Specified reaches of the Upper San Antonio (segment 1911) and Salado Creek (segment 1910) have been identified on the TCEQ 303 (d) list as not meeting state stream standards due to elevated levels of coliform bacteria. The TCEQ Total Maximum Daily Load (TMDL) effort has determined the bacterial load reductions that will be required in order to meet compliance with state surface water quality standards. The Environmental Protection Agency requires that an Implementation Plan (IP) be developed to address the water quality impairments identified in the TMDL. The TCEQ has partnered with the San Antonio River Authority to develop an IP for the Upper San Antonio River and Salado Creek watersheds. The IP will identify best management practices to abate or control non-point sources of bacteria and develop a timeline for implementation. The IP development project will include information, input and planning from the Bexar Regional Watershed Management (BRWM) program partners, area stakeholders and the public.
This project will produce a document that will serve as a guide towards abatement control of non-point source pollution of coliform bacteria in the Upper San Antonio River and Salado Creek watersheds. Data, plans, information, and input from the BRWM partners, stakeholders and the public will form the basis for the IP. The IP will compliment the TCEQ TMDL effort by establishing the framework needed for implementation through public outreach, awareness, and input efforts, as well as collaboration with partners and stakeholders. The project will set short and long term goals for pollutant reduction in the watershed.
Appendix B—Monitoring Plan
Appendix C—Field Data Reporting Chain of Custody
Appendix D—Chain of Custody
Appenidix E—Data Management Plan
Appendix F—Data Review Checklist
(The following has been cited from Executed Agreement #153XXF7001)
The primary object of this project is for the SARA Environmental Services Division to perform representative monitoring and reporting of storm event discharges. These measures will assist in characterizing the quality of storm water discharges from the Municipal Separate Storm Sewer System. Monitoring will be performed on Ingram Road at Leon Creek Tributary during representative storm event discharges. Monitoring frequency: (1/season). Seasonal monitoring periods: December - March (dry); April - June (wet); July - August (dry); September - November (wet). The following parameters will be analyzed: Biochemical Oxygen Demand, Chemical Oxygen Demand, Oil and Grease, Total Suspended Solids, Total Dissolved Solids, Total Nitrogen, Total Kjeldahl Nitrogen, Total Nitrate, Total Ammonia, Total Phosphorus, Dissolved Phosphorus, Total Cadmium, Total Chromium, Total Copper, Total Cyanide, Total Lead, Total Nickel, Total Zinc, Fecal Coliform, Enterococci, pH, Hardness, Temperature, and Diazinon.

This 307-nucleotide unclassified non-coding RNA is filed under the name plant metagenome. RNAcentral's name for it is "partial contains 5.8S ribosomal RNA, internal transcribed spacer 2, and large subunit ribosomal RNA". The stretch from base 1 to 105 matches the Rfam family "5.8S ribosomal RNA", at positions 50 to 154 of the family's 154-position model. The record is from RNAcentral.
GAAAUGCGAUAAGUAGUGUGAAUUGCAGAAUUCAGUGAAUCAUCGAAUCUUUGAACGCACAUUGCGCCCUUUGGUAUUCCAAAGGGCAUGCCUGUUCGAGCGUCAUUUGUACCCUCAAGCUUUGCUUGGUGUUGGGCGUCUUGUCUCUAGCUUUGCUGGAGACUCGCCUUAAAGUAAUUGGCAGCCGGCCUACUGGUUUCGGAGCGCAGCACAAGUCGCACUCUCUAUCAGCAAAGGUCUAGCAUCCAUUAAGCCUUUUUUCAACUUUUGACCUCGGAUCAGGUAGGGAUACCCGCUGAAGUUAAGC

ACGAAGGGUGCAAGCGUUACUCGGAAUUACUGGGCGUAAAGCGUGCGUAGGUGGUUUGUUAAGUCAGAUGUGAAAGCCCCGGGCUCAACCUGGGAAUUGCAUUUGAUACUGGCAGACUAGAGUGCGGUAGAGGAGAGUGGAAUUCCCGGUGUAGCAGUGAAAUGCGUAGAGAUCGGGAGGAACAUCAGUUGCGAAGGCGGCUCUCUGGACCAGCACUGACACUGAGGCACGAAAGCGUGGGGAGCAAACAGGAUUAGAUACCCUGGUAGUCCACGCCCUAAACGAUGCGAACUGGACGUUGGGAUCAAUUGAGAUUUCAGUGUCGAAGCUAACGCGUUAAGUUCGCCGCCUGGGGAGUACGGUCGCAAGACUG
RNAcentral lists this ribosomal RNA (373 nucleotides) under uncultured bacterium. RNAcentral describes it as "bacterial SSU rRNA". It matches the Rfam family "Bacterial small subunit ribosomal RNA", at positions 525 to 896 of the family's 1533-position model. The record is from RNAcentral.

The anticipated total project cost is $27,360.00 per year. This entire project is being funded by the Texas Department of Transportation.
The draft 2008 TCEQ 303(d) List (March 19, 2008) identifies several assessment units in the Lower Leon Creek as being impaired based on the state’s contact recreation (bacteria) and high aquatic life (dissolved oxygen) use criterion. In response to these conditions, the TCEQ Total Maximum Daily Load Program in partnership with the San Antonio River Authority (SARA) have initiated a project to verify depressed dissolved oxygen and develop information necessary to support a bacterial (E. coli) Total Maximum Daily Load (TMDL) in the Lower Leon Creek, Segment 1906.
The specific objectives of the Leon Creek Segment 1906 TMDL for Dissolved Oxygen and Bacteria Impairments, TCEQ contract number 582-8-80193 are to: (1) Collect targeted 24 hour dissolved oxygen data in order to verify the water quality impairment and overall organic loading; (2) Collect targeted bacterial data in order to establish source of impairment and over loading; (3) Conduct modeling and assessment activities required to allocate loading; (4) Provide technical assistance to the TCEQ in the evaluation of actions necessary to achieve the recommended loading allocations, and; (5) Document, compile, and summarize technical analyses in reports to the TCEQ. There are two phases to this project; Phase I addresses dissolved oxygen deficiencies in Leon Creek, Phase II addresses excessive bacteria concentrations. Both phases will be conducted simultaneously.
In an effort to enhance the urban reaches of the Upper San Antonio River (segment 1911) and improve and protect water quality, the San Antonio River Authority (SARA) is proposing to update, revise, and implement the 2006 Upper San Antonio River WPP. The revised WPP will identify and propose water quality Best Management Practices (BMPs) that would serve to abate or control NPS pollution of bacteria, sediments and excess nutrients (nitrogen and phosphorous). The water quality goals of the project are to develop a plan for implementation of approved BMPs that would aid in reducing e-coli bacteria NPS loads to segment 1911 of the San Antonio River. The SARA and Bexar Regional Watershed Management (BRWM) partner's objective is to have the Upper San Antonio River compliant with State of Texas Surface Water Quality Standards (less than 126 organisms per 100 ml).